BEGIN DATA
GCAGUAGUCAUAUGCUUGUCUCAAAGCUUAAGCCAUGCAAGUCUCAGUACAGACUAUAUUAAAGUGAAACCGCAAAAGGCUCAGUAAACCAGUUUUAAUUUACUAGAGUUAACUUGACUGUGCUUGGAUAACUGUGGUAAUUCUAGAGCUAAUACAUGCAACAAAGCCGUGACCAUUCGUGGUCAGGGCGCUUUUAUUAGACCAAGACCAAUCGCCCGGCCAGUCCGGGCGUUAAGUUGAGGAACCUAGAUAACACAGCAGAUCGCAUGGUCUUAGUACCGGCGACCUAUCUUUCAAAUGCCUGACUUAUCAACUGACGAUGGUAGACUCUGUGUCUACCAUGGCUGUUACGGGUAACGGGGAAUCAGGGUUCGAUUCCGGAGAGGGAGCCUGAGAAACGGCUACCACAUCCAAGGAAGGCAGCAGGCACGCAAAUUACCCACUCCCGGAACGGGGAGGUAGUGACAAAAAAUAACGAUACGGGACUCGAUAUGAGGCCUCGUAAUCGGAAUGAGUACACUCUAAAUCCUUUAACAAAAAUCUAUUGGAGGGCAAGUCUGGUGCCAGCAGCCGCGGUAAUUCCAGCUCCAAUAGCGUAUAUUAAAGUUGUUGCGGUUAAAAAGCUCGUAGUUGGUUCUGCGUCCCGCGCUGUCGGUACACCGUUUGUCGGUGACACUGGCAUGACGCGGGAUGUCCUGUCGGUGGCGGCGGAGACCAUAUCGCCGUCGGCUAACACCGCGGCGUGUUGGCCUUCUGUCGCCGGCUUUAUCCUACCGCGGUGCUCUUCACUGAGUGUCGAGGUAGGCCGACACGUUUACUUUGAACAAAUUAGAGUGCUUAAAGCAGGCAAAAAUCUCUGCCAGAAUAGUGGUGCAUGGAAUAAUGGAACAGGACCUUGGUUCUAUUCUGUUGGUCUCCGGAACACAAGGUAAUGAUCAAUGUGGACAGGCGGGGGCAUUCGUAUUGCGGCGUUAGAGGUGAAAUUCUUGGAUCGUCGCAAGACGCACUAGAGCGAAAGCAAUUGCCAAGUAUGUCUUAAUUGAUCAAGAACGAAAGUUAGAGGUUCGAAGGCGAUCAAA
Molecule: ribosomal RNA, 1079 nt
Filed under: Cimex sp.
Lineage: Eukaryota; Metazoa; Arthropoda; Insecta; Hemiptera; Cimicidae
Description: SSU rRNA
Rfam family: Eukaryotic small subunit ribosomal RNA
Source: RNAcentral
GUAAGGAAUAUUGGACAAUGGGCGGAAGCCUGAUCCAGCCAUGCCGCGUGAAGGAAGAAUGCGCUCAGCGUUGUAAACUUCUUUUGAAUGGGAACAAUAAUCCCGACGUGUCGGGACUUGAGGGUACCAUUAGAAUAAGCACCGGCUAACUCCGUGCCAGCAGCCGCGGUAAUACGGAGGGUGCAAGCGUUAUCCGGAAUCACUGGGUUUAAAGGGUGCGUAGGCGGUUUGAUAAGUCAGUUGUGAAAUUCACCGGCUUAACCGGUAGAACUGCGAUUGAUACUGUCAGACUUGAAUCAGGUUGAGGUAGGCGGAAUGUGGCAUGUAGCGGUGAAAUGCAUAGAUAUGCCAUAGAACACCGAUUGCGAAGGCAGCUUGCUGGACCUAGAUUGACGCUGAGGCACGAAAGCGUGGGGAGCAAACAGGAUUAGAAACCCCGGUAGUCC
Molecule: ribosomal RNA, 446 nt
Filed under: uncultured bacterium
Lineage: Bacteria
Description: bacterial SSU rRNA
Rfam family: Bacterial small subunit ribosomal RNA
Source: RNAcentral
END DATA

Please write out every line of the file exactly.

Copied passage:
GCAGUAGUCAUAUGCUUGUCUCAAAGCUUAAGCCAUGCAAGUCUCAGUACAGACUAUAUUAAAGUGAAACCGCAAAAGGCUCAGUAAACCAGUUUUAAUUUACUAGAGUUAACUUGACUGUGCUUGGAUAACUGUGGUAAUUCUAGAGCUAAUACAUGCAACAAAGCCGUGACCAUUCGUGGUCAGGGCGCUUUUAUUAGACCAAGACCAAUCGCCCGGCCAGUCCGGGCGUUAAGUUGAGGAACCUAGAUAACACAGCAGAUCGCAUGGUCUUAGUACCGGCGACCUAUCUUUCAAAUGCCUGACUUAUCAACUGACGAUGGUAGACUCUGUGUCUACCAUGGCUGUUACGGGUAACGGGGAAUCAGGGUUCGAUUCCGGAGAGGGAGCCUGAGAAACGGCUACCACAUCCAAGGAAGGCAGCAGGCACGCAAAUUACCCACUCCCGGAACGGGGAGGUAGUGACAAAAAAUAACGAUACGGGACUCGAUAUGAGGCCUCGUAAUCGGAAUGAGUACACUCUAAAUCCUUUAACAAAAAUCUAUUGGAGGGCAAGUCUGGUGCCAGCAGCCGCGGUAAUUCCAGCUCCAAUAGCGUAUAUUAAAGUUGUUGCGGUUAAAAAGCUCGUAGUUGGUUCUGCGUCCCGCGCUGUCGGUACACCGUUUGUCGGUGACACUGGCAUGACGCGGGAUGUCCUGUCGGUGGCGGCGGAGACCAUAUCGCCGUCGGCUAACACCGCGGCGUGUUGGCCUUCUGUCGCCGGCUUUAUCCUACCGCGGUGCUCUUCACUGAGUGUCGAGGUAGGCCGACACGUUUACUUUGAACAAAUUAGAGUGCUUAAAGCAGGCAAAAAUCUCUGCCAGAAUAGUGGUGCAUGGAAUAAUGGAACAGGACCUUGGUUCUAUUCUGUUGGUCUCCGGAACACAAGGUAAUGAUCAAUGUGGACAGGCGGGGGCAUUCGUAUUGCGGCGUUAGAGGUGAAAUUCUUGGAUCGUCGCAAGACGCACUAGAGCGAAAGCAAUUGCCAAGUAUGUCUUAAUUGAUCAAGAACGAAAGUUAGAGGUUCGAAGGCGAUCAAA
Molecule: ribosomal RNA, 1079 nt
Filed under: Cimex sp.
Lineage: Eukaryota; Metazoa; Arthropoda; Insecta; Hemiptera; Cimicidae
Description: SSU rRNA
Rfam family: Eukaryotic small subunit ribosomal RNA
Source: RNAcentral
GUAAGGAAUAUUGGACAAUGGGCGGAAGCCUGAUCCAGCCAUGCCGCGUGAAGGAAGAAUGCGCUCAGCGUUGUAAACUUCUUUUGAAUGGGAACAAUAAUCCCGACGUGUCGGGACUUGAGGGUACCAUUAGAAUAAGCACCGGCUAACUCCGUGCCAGCAGCCGCGGUAAUACGGAGGGUGCAAGCGUUAUCCGGAAUCACUGGGUUUAAAGGGUGCGUAGGCGGUUUGAUAAGUCAGUUGUGAAAUUCACCGGCUUAACCGGUAGAACUGCGAUUGAUACUGUCAGACUUGAAUCAGGUUGAGGUAGGCGGAAUGUGGCAUGUAGCGGUGAAAUGCAUAGAUAUGCCAUAGAACACCGAUUGCGAAGGCAGCUUGCUGGACCUAGAUUGACGCUGAGGCACGAAAGCGUGGGGAGCAAACAGGAUUAGAAACCCCGGUAGUCC
Molecule: ribosomal RNA, 446 nt
Filed under: uncultured bacterium
Lineage: Bacteria
Description: bacterial SSU rRNA
Rfam family: Bacterial small subunit ribosomal RNA
Source: RNAcentral